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Tobacco Nation

Tobacco Nation or Tionontati, Native North Americans of the Iroquoian branch of the Hokan-Siouan linguistic stock (see Native American languages). In 1616, when visited by the French, they were living S of Nottawasaga Bay, in Ontario. The French called them the Tobacco Nation for their large fields of the crop. After the dispersion (1648–49) of the Huron by the Iroquois Confederacy, many Huron refugees fled to the Tobacco Nation, and later in 1649 the wrathful Iroquois attacked. The remnants of the Tobacco Nation, with the Huron, were forced to flee to a region SW of Lake Superior. About 1670 the two tribes were at Mackinac; soon after they assimilated into one tribe, known to history as the Wyandot (see under Huron). In 1990 there were some 2,500 Wyandot in the United States.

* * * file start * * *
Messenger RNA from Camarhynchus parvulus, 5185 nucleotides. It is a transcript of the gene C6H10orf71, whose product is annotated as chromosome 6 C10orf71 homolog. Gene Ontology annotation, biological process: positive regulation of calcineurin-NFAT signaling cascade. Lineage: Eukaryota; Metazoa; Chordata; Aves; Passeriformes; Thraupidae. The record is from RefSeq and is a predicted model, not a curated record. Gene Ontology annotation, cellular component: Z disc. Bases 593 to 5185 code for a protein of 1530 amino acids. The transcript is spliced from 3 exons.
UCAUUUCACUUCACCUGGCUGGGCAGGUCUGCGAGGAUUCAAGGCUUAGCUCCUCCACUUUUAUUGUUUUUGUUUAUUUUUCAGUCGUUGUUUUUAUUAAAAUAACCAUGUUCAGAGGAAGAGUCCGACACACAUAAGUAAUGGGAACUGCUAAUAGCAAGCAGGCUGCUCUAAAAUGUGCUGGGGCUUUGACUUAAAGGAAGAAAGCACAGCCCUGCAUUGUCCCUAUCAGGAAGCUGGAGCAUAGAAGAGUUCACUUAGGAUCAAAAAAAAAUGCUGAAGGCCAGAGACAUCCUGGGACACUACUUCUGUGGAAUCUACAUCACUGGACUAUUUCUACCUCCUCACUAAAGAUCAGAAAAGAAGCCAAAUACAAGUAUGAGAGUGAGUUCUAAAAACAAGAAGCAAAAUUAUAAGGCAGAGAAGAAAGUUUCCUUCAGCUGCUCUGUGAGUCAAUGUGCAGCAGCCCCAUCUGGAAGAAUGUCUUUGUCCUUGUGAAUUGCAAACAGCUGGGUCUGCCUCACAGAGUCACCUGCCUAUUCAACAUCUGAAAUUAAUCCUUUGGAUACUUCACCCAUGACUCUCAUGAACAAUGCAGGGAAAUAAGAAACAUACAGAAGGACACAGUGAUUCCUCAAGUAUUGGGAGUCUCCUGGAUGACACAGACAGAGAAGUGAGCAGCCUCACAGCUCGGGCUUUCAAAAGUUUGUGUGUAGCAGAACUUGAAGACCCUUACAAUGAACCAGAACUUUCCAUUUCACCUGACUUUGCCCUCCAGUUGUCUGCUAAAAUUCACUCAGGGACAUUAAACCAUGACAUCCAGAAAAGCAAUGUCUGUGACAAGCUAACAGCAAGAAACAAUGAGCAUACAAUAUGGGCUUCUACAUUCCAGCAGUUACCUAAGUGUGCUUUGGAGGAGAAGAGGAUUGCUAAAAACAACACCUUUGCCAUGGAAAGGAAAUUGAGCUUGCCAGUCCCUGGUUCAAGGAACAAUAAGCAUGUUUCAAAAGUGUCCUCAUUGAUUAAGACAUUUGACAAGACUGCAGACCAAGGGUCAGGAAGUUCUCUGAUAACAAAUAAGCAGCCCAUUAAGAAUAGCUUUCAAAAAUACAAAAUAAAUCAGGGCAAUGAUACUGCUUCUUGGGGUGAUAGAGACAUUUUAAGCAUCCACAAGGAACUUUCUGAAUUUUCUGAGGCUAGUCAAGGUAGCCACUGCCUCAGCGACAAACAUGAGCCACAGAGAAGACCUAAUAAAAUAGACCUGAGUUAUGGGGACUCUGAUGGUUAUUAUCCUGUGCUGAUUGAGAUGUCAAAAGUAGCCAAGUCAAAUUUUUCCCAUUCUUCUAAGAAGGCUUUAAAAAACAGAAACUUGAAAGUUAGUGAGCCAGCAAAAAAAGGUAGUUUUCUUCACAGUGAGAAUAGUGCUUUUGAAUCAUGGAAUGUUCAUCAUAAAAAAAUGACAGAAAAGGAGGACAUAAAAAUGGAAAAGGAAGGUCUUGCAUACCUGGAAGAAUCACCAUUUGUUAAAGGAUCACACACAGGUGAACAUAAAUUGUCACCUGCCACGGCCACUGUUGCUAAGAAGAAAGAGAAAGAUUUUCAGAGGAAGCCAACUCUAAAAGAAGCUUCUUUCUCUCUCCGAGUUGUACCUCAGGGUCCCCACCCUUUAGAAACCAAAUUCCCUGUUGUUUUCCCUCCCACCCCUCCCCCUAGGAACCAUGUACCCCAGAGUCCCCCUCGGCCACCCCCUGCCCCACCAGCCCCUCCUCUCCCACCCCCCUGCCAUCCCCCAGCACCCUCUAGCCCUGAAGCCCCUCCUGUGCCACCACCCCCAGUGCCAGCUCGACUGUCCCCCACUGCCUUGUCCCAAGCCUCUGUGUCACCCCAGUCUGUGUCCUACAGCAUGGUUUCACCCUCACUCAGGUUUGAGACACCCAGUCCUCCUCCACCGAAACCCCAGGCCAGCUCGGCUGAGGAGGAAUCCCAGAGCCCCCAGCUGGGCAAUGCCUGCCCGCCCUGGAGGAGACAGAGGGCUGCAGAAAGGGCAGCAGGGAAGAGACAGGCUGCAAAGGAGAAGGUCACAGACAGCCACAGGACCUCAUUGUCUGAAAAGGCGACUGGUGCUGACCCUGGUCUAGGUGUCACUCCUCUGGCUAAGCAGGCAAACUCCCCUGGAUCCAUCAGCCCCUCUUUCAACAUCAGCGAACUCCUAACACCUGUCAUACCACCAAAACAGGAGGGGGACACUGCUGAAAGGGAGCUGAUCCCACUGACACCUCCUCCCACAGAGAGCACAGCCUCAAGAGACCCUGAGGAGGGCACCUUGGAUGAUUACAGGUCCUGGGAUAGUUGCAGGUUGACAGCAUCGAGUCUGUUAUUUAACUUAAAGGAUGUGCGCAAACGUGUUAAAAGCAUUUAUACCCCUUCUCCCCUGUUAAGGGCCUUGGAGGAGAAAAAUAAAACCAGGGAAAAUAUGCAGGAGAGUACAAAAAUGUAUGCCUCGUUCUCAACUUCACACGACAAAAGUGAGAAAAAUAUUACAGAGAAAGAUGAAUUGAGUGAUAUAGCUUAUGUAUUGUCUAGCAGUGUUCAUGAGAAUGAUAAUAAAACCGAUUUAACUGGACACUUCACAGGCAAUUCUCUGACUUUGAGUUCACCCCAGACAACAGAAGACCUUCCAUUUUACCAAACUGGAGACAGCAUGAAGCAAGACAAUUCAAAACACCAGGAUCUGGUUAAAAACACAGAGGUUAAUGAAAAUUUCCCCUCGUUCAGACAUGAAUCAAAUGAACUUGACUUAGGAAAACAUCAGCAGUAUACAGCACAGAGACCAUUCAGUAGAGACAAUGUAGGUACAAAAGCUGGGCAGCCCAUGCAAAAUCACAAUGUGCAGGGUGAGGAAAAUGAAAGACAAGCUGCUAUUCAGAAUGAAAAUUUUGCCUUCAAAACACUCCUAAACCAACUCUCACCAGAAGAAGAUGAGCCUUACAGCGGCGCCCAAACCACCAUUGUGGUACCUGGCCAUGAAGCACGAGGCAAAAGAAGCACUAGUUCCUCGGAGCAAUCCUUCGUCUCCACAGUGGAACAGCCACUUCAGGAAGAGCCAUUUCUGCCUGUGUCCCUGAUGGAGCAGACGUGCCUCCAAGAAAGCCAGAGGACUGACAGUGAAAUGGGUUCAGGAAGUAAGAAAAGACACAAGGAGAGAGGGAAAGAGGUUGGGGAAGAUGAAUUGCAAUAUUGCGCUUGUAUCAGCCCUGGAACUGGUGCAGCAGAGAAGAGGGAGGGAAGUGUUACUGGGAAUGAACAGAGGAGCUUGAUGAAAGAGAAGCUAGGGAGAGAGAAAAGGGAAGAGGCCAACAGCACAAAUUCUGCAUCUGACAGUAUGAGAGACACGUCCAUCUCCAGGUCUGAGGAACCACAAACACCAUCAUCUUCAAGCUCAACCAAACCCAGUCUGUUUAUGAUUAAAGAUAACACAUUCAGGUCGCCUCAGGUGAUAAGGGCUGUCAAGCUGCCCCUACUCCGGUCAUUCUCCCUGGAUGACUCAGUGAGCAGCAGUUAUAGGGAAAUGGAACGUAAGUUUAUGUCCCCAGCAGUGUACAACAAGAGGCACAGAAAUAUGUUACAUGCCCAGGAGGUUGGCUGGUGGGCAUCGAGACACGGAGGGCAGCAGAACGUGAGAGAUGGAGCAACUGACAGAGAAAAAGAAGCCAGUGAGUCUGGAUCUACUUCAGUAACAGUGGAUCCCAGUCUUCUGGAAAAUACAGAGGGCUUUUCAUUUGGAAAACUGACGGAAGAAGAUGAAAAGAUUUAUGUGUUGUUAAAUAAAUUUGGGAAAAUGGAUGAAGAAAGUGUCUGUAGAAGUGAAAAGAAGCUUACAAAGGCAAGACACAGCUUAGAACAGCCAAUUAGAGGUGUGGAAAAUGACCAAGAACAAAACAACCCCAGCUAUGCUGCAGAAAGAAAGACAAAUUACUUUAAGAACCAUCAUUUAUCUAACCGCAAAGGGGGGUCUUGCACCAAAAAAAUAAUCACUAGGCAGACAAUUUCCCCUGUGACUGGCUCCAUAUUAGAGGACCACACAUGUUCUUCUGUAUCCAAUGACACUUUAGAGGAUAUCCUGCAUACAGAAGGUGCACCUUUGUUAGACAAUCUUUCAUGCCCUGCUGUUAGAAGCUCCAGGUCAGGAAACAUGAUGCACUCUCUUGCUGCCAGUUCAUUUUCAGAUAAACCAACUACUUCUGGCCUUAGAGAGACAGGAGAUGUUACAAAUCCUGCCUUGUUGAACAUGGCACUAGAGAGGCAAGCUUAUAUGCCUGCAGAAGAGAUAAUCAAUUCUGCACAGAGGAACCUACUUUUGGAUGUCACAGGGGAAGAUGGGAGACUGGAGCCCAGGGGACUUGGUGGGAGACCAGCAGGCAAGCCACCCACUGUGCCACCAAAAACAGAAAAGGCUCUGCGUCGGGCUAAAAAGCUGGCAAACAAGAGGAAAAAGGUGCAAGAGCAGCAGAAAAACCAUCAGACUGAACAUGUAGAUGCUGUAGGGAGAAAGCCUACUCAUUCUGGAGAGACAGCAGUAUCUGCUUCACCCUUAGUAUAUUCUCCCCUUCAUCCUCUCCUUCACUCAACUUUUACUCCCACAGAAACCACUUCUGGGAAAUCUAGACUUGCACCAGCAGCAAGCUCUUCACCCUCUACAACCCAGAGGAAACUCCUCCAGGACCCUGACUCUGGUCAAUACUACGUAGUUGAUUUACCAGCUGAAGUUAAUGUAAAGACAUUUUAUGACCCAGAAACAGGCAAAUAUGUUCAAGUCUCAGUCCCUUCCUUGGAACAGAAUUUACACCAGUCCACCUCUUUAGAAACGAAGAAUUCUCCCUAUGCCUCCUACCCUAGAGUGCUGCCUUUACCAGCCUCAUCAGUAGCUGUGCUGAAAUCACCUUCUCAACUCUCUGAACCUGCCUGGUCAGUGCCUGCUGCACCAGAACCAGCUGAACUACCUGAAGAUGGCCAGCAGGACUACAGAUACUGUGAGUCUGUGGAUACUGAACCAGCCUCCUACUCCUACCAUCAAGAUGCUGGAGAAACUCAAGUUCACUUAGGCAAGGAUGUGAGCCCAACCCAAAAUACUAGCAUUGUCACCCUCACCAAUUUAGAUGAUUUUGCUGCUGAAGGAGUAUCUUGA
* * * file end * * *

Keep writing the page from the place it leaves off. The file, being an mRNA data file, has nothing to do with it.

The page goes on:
The Columbia Electronic Encyclopedia, 6th ed. Copyright © 2012, Columbia University Press. All rights reserved.

See more Encyclopedia articles on: North American indigenous peoples


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